What I like about the Ratchet & Clank series is the story and combat. Deadlocked focused mainly on combat and I feel it was better for it. Platforming hasn’t been a strong part of the franchise. The amount of variety in the weapons and mini-games has usually turned me off. The mini-games in general, whether it be for opening doors or what have you, feels like it gets in the way of what I’d rather be doing. And what I’d rather be doing is blasting fools to bits and bolts.
Now the weapon variety does seem like it’s something I shouldn’t be complaining about, but I’m going to. Let’s face it. The majority of weapons, especially in later games with the use it upgrade style of system, have either specific uses or aren’t all that effective. Therefore you’re likely to stick with no more than three to five weapons you use on a regular basis. Give me dual pistols, a shotgun, a sniper rifle, a rocket launcher, and automated turrets with cool extra powers. There’s not much more you really need.
When it comes right down to it, the Ratchet & Clank series has been one hell of a fun group of games and I look forward to seeing what the upcoming reboot has in store.
Three days ago I finished Ratchet: Deadlocked. This was a game I played about four years ago and I was about halfway through and just wasn’t feeling it. I put it down in favor of something else. It wasn’t all that different than when I wasn’t feeling any of the modern games earlier this year around March and went into a month longstroll intomy gamingroots playing a bunch of older games.
This time around Ratchet: Deadlocked was much more enjoyable. I definitely like the combat overall much more than the platforming of the Ratchet & Clank series. Not that there’s a whole lot of platforming to begin with, but the earlier games on the PlayStation 2 do have some more. The powering up of the weapons happens the more you use them. This isn’t all that different than what happened in Final Fantasy II. Though here it obviously works for the better. You can also acquire alpha and omega mods for your weapons. I found the dual pistols with the shock mod did wonders on large groups of small, weak enemies. It would chain off of the ones shot to those nearby and take them all out. It was awesome! You’d also have acid and ice among other mods to use.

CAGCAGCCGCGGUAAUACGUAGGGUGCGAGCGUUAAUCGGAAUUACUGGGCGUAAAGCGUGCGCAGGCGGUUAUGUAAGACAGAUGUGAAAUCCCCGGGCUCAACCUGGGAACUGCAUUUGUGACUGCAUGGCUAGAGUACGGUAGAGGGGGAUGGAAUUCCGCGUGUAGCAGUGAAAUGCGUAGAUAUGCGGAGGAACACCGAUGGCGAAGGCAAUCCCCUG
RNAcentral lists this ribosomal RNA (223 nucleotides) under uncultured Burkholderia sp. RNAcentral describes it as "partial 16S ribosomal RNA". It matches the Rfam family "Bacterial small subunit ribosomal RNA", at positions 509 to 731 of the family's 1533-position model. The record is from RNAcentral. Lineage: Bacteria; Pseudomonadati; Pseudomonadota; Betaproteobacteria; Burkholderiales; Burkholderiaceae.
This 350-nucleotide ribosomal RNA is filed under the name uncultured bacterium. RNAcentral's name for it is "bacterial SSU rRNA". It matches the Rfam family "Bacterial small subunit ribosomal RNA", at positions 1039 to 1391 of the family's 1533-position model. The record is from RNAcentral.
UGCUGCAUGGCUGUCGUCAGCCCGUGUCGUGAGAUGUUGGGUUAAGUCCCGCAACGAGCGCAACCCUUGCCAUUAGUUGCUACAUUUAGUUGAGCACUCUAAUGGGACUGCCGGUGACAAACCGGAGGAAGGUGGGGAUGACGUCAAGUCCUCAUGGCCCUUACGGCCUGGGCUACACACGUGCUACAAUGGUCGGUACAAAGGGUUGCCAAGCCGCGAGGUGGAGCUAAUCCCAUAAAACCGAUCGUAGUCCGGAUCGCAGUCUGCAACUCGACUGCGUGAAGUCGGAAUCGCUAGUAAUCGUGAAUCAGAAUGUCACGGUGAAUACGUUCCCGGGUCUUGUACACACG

Your helpful bot bros., sans Clank sadly, are exactly that…helpful. I’m noticed in other games where you have AI helpers than they usually didn’t help fight all that much. Thankfully the more they’re upgraded the better they do.
When I was thinking about doing this month of Ratchet games I knew I’d have to play Deadlocked and I wasn’t looking forward to it after how I felt about it before. Luckily it ended up being a much more fun game than I remember it being. Out of the four PS2 games this one is probably number one or two with Going Commando.
Over the last month these six items are the new additions.
I had $5 of credit to use on eStarland.com and decided to purchase a used copy of Ratchet & Clank: Into the Nexus. It also was what gave me the idea to do my month of Ratchet & Clank games, #RatchetNov, which I am currently in the middle of.
Tempest is one of those classic 1980s arcade games which I find quite fun to play. An upgraded version of the game on the Atari Jaguar called Tempest 2000 is considered one of the best titles for an otherwise horrible gaming system. Well did you know a further updated version of the game was made available on the original PlayStation? It’s called Tempest X3. As soon as I heard about it I had to have it. It was a cheap pick up on eBay.
Finally there’s Sniper Elite V2 and Payday: The Heist. On Steam a few weeks back there was separate 24-hour periods where these games were made available for free. I was somewhat interested in checking the game out and free certainly helped in my decision making.
I also was able to find a couple movies on Blu-ray for a good price with extras included. Top Gun came in one of those sweet Steelbook cases. This is something I don’t have many of. The only other one I can think of that I have is the game Mortal Kombat: Armageddon for PS2.
Mrs. Doubtfire was the other film I got. It has a lot of neat footage of early makeup tests and a good featurette of the idea of what message the filmmakers wanted to say within the story. Recommended for sure.
Welcome back wrestling fans to the Space Suplex podcast. In this episode we’ll be chatting about the previous WWE PPV, Hell In A Cell, their upcoming 2014 edition of the Survivor Series, the first episode of Lucha Underground, and how we each feel about the current state of the WWE Network with a surprise bold prediction.
Enjoy and don’t forget to follow our Twitter account, @SpaceSuplex, and please subscribe via RSS or, as it is now, our newly minted presence on iTunes.
* WWE Hell In A Cell 2014
* Upcoming WWE Survivor Series 2014
* Lucha Underground
* WWE Network